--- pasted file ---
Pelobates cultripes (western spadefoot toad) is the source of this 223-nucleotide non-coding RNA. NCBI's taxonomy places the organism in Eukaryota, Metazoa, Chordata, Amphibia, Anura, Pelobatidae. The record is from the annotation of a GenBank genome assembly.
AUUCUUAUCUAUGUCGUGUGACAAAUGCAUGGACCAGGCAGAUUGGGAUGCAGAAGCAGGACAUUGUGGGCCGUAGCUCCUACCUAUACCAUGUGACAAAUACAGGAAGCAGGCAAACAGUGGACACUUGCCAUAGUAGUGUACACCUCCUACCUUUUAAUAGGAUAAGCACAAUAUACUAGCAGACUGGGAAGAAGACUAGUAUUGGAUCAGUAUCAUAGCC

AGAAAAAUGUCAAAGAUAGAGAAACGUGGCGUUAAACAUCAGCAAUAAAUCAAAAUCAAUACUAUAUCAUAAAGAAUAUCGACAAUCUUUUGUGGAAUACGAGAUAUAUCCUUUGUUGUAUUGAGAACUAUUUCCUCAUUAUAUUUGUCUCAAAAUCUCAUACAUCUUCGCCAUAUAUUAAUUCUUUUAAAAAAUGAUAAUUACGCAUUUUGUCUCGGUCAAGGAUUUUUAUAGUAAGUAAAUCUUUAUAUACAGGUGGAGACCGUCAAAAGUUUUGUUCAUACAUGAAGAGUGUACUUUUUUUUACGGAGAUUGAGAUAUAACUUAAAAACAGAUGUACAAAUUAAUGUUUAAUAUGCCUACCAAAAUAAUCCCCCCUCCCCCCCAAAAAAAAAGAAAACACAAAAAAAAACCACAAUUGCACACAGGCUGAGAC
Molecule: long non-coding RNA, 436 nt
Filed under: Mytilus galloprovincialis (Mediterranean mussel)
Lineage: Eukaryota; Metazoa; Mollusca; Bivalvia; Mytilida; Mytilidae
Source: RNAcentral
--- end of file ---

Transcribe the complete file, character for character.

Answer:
Pelobates cultripes (western spadefoot toad) is the source of this 223-nucleotide non-coding RNA. NCBI's taxonomy places the organism in Eukaryota, Metazoa, Chordata, Amphibia, Anura, Pelobatidae. The record is from the annotation of a GenBank genome assembly.
AUUCUUAUCUAUGUCGUGUGACAAAUGCAUGGACCAGGCAGAUUGGGAUGCAGAAGCAGGACAUUGUGGGCCGUAGCUCCUACCUAUACCAUGUGACAAAUACAGGAAGCAGGCAAACAGUGGACACUUGCCAUAGUAGUGUACACCUCCUACCUUUUAAUAGGAUAAGCACAAUAUACUAGCAGACUGGGAAGAAGACUAGUAUUGGAUCAGUAUCAUAGCC

AGAAAAAUGUCAAAGAUAGAGAAACGUGGCGUUAAACAUCAGCAAUAAAUCAAAAUCAAUACUAUAUCAUAAAGAAUAUCGACAAUCUUUUGUGGAAUACGAGAUAUAUCCUUUGUUGUAUUGAGAACUAUUUCCUCAUUAUAUUUGUCUCAAAAUCUCAUACAUCUUCGCCAUAUAUUAAUUCUUUUAAAAAAUGAUAAUUACGCAUUUUGUCUCGGUCAAGGAUUUUUAUAGUAAGUAAAUCUUUAUAUACAGGUGGAGACCGUCAAAAGUUUUGUUCAUACAUGAAGAGUGUACUUUUUUUUACGGAGAUUGAGAUAUAACUUAAAAACAGAUGUACAAAUUAAUGUUUAAUAUGCCUACCAAAAUAAUCCCCCCUCCCCCCCAAAAAAAAAGAAAACACAAAAAAAAACCACAAUUGCACACAGGCUGAGAC
Molecule: long non-coding RNA, 436 nt
Filed under: Mytilus galloprovincialis (Mediterranean mussel)
Lineage: Eukaryota; Metazoa; Mollusca; Bivalvia; Mytilida; Mytilidae
Source: RNAcentral